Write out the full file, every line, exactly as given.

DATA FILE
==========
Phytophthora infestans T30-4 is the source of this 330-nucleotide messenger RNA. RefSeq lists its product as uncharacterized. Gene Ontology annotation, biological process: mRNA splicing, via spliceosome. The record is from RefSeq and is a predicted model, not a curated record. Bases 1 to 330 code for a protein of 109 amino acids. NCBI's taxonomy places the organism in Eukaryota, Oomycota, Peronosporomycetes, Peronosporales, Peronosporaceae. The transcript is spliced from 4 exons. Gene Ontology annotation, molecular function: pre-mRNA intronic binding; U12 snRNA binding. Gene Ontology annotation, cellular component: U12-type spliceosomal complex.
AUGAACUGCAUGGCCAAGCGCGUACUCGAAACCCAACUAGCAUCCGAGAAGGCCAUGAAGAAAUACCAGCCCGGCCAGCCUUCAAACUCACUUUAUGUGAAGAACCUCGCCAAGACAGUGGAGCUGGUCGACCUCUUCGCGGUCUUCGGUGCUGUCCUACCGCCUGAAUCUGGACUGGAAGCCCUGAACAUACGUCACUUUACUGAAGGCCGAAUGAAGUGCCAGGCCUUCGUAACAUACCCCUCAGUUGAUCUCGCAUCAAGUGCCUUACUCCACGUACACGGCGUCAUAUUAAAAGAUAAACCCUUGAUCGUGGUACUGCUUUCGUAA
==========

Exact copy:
Phytophthora infestans T30-4 is the source of this 330-nucleotide messenger RNA. RefSeq lists its product as uncharacterized. Gene Ontology annotation, biological process: mRNA splicing, via spliceosome. The record is from RefSeq and is a predicted model, not a curated record. Bases 1 to 330 code for a protein of 109 amino acids. NCBI's taxonomy places the organism in Eukaryota, Oomycota, Peronosporomycetes, Peronosporales, Peronosporaceae. The transcript is spliced from 4 exons. Gene Ontology annotation, molecular function: pre-mRNA intronic binding; U12 snRNA binding. Gene Ontology annotation, cellular component: U12-type spliceosomal complex.
AUGAACUGCAUGGCCAAGCGCGUACUCGAAACCCAACUAGCAUCCGAGAAGGCCAUGAAGAAAUACCAGCCCGGCCAGCCUUCAAACUCACUUUAUGUGAAGAACCUCGCCAAGACAGUGGAGCUGGUCGACCUCUUCGCGGUCUUCGGUGCUGUCCUACCGCCUGAAUCUGGACUGGAAGCCCUGAACAUACGUCACUUUACUGAAGGCCGAAUGAAGUGCCAGGCCUUCGUAACAUACCCCUCAGUUGAUCUCGCAUCAAGUGCCUUACUCCACGUACACGGCGUCAUAUUAAAAGAUAAACCCUUGAUCGUGGUACUGCUUUCGUAA